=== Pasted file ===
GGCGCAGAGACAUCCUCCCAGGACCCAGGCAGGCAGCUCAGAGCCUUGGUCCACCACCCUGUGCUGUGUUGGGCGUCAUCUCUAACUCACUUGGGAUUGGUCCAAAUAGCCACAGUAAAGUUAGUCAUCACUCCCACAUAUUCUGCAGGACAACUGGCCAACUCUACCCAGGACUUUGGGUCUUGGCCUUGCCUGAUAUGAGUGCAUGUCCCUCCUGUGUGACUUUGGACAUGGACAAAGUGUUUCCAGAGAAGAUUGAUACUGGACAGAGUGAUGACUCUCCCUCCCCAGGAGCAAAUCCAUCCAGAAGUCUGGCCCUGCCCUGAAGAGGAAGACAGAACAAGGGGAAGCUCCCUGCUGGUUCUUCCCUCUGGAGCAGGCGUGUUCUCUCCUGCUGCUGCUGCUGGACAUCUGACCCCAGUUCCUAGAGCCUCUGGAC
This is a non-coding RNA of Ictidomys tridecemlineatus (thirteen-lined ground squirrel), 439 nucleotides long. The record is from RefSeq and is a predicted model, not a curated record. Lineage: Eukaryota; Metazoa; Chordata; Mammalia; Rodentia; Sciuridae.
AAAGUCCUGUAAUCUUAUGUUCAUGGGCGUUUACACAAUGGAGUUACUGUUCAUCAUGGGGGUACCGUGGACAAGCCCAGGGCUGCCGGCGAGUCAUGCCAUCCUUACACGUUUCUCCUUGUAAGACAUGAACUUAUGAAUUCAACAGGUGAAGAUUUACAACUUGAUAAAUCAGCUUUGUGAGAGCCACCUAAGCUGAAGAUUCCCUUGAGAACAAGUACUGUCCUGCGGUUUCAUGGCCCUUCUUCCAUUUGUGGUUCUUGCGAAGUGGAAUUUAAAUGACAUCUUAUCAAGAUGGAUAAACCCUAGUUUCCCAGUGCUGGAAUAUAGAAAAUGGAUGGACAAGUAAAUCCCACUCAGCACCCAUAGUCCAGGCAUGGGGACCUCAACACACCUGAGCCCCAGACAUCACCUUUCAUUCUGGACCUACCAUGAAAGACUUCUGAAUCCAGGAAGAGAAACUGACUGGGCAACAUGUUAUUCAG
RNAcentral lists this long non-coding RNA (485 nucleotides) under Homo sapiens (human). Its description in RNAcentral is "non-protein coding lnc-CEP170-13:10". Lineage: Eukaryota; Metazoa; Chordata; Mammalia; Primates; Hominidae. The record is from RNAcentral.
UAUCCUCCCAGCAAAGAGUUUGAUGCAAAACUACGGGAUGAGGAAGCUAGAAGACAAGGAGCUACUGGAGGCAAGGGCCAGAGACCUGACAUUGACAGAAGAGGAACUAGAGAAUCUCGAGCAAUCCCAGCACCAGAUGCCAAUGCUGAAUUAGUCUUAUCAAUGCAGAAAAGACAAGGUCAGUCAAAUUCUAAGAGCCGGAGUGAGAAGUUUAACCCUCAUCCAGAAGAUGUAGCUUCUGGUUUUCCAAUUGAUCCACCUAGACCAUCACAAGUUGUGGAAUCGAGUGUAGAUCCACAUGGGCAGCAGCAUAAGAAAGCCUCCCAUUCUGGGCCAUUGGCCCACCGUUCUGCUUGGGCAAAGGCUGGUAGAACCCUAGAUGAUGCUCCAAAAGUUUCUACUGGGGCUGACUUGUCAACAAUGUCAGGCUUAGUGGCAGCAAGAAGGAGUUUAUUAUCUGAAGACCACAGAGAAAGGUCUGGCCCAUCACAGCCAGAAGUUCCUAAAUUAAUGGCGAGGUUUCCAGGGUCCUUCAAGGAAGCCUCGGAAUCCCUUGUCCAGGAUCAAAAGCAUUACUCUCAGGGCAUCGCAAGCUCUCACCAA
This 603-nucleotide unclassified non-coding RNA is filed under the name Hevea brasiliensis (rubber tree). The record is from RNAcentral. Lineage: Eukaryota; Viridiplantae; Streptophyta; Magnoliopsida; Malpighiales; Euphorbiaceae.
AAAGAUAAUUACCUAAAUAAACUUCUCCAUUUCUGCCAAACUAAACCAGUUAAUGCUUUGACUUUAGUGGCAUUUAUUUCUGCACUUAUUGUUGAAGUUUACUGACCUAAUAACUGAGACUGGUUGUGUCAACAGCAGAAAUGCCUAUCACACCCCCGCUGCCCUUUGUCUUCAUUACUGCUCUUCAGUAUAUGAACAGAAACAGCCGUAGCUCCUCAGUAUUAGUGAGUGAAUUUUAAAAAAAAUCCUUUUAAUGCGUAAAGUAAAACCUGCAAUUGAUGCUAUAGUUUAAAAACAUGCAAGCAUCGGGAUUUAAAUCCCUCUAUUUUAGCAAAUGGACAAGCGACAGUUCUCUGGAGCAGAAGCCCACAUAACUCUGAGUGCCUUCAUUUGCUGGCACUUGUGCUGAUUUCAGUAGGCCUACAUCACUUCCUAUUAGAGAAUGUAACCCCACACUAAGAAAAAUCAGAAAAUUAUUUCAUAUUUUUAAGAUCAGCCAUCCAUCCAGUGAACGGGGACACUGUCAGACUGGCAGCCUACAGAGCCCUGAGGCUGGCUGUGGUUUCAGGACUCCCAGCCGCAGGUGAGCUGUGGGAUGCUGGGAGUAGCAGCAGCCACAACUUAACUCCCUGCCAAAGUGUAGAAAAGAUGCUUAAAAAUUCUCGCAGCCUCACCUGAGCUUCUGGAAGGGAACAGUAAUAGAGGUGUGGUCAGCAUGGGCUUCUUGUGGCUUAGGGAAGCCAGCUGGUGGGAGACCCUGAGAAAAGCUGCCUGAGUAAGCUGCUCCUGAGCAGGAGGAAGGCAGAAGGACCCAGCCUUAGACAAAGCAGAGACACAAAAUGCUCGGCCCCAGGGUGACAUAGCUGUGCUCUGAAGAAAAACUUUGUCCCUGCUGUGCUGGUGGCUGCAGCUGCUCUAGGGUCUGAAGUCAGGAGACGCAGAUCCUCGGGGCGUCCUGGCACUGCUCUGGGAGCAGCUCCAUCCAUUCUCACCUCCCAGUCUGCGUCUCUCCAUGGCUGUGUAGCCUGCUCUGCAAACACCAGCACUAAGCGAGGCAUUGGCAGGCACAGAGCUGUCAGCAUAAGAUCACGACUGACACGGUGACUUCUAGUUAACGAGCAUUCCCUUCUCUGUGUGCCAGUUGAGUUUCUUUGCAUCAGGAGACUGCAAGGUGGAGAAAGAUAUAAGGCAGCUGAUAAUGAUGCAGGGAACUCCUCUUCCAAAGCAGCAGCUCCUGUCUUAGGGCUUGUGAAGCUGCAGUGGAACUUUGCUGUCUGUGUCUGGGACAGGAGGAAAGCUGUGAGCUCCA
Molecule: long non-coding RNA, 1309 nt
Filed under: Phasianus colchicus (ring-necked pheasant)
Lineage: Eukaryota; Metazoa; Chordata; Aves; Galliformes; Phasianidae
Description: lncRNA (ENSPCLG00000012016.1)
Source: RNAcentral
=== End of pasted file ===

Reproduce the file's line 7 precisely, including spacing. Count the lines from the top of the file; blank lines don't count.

AAAGAUAAUUACCUAAAUAAACUUCUCCAUUUCUGCCAAACUAAACCAGUUAAUGCUUUGACUUUAGUGGCAUUUAUUUCUGCACUUAUUGUUGAAGUUUACUGACCUAAUAACUGAGACUGGUUGUGUCAACAGCAGAAAUGCCUAUCACACCCCCGCUGCCCUUUGUCUUCAUUACUGCUCUUCAGUAUAUGAACAGAAACAGCCGUAGCUCCUCAGUAUUAGUGAGUGAAUUUUAAAAAAAAUCCUUUUAAUGCGUAAAGUAAAACCUGCAAUUGAUGCUAUAGUUUAAAAACAUGCAAGCAUCGGGAUUUAAAUCCCUCUAUUUUAGCAAAUGGACAAGCGACAGUUCUCUGGAGCAGAAGCCCACAUAACUCUGAGUGCCUUCAUUUGCUGGCACUUGUGCUGAUUUCAGUAGGCCUACAUCACUUCCUAUUAGAGAAUGUAACCCCACACUAAGAAAAAUCAGAAAAUUAUUUCAUAUUUUUAAGAUCAGCCAUCCAUCCAGUGAACGGGGACACUGUCAGACUGGCAGCCUACAGAGCCCUGAGGCUGGCUGUGGUUUCAGGACUCCCAGCCGCAGGUGAGCUGUGGGAUGCUGGGAGUAGCAGCAGCCACAACUUAACUCCCUGCCAAAGUGUAGAAAAGAUGCUUAAAAAUUCUCGCAGCCUCACCUGAGCUUCUGGAAGGGAACAGUAAUAGAGGUGUGGUCAGCAUGGGCUUCUUGUGGCUUAGGGAAGCCAGCUGGUGGGAGACCCUGAGAAAAGCUGCCUGAGUAAGCUGCUCCUGAGCAGGAGGAAGGCAGAAGGACCCAGCCUUAGACAAAGCAGAGACACAAAAUGCUCGGCCCCAGGGUGACAUAGCUGUGCUCUGAAGAAAAACUUUGUCCCUGCUGUGCUGGUGGCUGCAGCUGCUCUAGGGUCUGAAGUCAGGAGACGCAGAUCCUCGGGGCGUCCUGGCACUGCUCUGGGAGCAGCUCCAUCCAUUCUCACCUCCCAGUCUGCGUCUCUCCAUGGCUGUGUAGCCUGCUCUGCAAACACCAGCACUAAGCGAGGCAUUGGCAGGCACAGAGCUGUCAGCAUAAGAUCACGACUGACACGGUGACUUCUAGUUAACGAGCAUUCCCUUCUCUGUGUGCCAGUUGAGUUUCUUUGCAUCAGGAGACUGCAAGGUGGAGAAAGAUAUAAGGCAGCUGAUAAUGAUGCAGGGAACUCCUCUUCCAAAGCAGCAGCUCCUGUCUUAGGGCUUGUGAAGCUGCAGUGGAACUUUGCUGUCUGUGUCUGGGACAGGAGGAAAGCUGUGAGCUCCA